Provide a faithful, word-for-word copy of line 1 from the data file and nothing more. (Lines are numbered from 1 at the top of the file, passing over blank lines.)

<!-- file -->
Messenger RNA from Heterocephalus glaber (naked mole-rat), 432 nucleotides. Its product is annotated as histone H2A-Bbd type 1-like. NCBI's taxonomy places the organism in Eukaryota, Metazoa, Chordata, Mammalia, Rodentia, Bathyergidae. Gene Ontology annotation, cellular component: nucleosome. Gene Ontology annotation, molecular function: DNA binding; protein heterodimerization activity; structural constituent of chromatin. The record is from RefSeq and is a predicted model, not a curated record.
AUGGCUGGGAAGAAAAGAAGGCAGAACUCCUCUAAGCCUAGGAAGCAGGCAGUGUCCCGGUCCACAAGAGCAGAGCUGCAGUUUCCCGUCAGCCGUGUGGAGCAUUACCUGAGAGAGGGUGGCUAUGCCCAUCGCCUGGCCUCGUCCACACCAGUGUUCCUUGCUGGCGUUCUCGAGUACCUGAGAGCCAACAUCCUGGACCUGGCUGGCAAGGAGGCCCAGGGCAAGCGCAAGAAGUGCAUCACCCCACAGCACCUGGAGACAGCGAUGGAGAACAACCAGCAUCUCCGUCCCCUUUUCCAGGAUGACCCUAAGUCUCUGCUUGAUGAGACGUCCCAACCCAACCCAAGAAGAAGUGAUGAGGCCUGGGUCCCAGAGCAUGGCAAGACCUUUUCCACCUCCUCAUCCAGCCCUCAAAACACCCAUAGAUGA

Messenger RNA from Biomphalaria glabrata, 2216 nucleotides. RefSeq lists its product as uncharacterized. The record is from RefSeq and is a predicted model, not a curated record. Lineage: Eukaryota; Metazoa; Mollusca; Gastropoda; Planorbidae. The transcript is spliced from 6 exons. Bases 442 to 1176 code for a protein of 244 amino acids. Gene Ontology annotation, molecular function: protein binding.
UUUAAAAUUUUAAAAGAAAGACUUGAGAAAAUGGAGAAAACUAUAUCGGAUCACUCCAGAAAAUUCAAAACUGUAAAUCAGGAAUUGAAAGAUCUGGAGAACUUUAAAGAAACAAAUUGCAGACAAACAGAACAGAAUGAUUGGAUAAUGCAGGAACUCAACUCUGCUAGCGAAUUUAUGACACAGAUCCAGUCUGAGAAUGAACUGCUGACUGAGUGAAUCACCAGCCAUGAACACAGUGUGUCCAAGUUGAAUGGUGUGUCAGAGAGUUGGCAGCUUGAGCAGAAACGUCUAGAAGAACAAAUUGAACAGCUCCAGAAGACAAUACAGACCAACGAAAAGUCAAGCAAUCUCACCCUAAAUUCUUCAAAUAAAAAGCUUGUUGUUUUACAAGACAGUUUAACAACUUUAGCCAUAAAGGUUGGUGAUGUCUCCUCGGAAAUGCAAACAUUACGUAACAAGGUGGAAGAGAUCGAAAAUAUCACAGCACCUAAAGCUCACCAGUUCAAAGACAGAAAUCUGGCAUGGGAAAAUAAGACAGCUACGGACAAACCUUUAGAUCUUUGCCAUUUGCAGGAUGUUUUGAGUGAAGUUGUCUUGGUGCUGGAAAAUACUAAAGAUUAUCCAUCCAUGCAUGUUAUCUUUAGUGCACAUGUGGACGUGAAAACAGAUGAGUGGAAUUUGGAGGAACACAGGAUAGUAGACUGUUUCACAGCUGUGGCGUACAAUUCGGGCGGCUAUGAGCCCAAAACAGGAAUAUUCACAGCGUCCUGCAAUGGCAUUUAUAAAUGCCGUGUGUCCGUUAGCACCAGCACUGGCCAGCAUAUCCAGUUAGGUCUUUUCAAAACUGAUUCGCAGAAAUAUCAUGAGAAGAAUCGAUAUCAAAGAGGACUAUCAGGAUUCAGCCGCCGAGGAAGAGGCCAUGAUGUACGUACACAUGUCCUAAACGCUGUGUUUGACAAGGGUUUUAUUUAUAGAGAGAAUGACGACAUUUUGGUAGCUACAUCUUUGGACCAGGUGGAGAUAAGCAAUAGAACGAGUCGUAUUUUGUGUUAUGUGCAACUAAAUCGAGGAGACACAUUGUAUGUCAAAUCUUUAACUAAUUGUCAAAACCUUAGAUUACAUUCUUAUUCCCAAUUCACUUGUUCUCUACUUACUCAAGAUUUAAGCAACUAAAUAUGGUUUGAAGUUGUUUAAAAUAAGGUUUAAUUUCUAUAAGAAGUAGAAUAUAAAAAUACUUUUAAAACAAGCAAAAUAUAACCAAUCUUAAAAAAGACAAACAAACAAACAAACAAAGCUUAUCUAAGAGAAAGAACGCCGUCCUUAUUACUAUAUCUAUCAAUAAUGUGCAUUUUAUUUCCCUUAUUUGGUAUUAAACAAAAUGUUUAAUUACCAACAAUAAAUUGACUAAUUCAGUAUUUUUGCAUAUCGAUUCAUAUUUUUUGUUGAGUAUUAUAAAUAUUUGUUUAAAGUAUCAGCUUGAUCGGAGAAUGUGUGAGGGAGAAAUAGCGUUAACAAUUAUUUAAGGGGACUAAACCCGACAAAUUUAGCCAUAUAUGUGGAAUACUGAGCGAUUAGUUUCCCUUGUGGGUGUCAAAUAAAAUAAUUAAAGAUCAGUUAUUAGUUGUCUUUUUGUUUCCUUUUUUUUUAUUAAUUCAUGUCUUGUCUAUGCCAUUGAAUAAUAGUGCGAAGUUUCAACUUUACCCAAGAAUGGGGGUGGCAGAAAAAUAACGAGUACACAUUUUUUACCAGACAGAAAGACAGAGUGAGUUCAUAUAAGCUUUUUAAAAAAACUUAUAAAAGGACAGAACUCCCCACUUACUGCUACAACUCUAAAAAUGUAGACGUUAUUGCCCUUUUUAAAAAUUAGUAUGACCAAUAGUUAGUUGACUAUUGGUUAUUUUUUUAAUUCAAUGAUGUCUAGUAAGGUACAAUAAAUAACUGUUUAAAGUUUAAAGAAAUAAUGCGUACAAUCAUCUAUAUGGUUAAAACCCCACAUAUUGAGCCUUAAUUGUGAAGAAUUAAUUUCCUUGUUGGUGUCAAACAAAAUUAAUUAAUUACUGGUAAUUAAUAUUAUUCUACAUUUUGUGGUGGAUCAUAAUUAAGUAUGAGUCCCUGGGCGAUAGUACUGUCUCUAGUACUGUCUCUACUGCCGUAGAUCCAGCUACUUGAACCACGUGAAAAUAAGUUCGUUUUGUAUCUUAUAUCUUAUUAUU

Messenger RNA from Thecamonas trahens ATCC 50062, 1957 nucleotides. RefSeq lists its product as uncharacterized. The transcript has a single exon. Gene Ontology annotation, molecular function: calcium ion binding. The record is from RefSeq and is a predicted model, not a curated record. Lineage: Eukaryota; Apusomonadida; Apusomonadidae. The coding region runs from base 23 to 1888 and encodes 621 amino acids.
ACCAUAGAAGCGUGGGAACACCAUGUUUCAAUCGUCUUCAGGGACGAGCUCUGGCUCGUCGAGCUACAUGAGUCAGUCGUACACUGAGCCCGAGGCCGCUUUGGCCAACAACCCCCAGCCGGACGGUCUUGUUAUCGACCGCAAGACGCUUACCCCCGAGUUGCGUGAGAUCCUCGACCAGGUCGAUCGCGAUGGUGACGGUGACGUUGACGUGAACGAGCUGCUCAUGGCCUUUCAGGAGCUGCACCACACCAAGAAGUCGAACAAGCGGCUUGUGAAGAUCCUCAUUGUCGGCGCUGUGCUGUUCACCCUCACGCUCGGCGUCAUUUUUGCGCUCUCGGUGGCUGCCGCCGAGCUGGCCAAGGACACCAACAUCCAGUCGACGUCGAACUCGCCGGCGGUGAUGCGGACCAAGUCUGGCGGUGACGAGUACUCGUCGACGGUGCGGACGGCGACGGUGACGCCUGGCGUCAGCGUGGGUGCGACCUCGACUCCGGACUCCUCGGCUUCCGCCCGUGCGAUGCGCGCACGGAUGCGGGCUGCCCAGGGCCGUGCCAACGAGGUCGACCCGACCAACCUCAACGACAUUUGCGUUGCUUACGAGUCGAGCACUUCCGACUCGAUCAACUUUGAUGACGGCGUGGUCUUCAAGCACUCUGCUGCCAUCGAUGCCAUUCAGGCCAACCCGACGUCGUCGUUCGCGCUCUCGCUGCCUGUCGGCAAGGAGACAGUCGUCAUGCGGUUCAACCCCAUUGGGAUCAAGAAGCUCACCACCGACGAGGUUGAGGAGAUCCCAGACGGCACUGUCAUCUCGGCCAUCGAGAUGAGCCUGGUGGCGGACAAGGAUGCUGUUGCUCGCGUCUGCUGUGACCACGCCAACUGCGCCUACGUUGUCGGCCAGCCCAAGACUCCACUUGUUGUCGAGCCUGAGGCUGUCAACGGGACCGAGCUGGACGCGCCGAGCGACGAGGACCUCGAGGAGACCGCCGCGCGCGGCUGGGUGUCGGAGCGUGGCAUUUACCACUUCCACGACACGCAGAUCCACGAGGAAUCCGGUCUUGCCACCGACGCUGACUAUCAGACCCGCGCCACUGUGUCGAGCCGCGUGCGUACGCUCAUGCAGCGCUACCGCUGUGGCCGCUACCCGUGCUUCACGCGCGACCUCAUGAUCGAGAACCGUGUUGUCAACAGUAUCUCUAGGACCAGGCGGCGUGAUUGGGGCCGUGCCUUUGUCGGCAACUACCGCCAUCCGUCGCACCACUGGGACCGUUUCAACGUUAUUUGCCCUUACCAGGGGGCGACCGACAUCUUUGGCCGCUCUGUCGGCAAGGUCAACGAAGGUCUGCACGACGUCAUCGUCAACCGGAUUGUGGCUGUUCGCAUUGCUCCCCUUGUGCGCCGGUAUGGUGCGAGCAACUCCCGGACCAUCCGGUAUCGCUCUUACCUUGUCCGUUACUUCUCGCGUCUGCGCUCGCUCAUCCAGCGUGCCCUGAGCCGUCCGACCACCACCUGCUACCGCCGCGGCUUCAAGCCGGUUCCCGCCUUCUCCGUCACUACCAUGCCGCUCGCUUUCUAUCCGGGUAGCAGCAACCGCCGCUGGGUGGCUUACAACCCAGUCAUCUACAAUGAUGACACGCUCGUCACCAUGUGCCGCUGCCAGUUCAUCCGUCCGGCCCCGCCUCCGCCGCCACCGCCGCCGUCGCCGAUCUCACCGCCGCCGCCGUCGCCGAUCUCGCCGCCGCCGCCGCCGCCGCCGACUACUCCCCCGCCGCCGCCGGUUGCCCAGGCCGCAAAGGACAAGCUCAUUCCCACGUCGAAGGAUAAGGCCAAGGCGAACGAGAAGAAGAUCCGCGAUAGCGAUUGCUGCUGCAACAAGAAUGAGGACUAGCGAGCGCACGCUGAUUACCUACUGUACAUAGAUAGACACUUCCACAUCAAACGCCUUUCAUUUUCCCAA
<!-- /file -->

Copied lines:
Messenger RNA from Heterocephalus glaber (naked mole-rat), 432 nucleotides. Its product is annotated as histone H2A-Bbd type 1-like. NCBI's taxonomy places the organism in Eukaryota, Metazoa, Chordata, Mammalia, Rodentia, Bathyergidae. Gene Ontology annotation, cellular component: nucleosome. Gene Ontology annotation, molecular function: DNA binding; protein heterodimerization activity; structural constituent of chromatin. The record is from RefSeq and is a predicted model, not a curated record.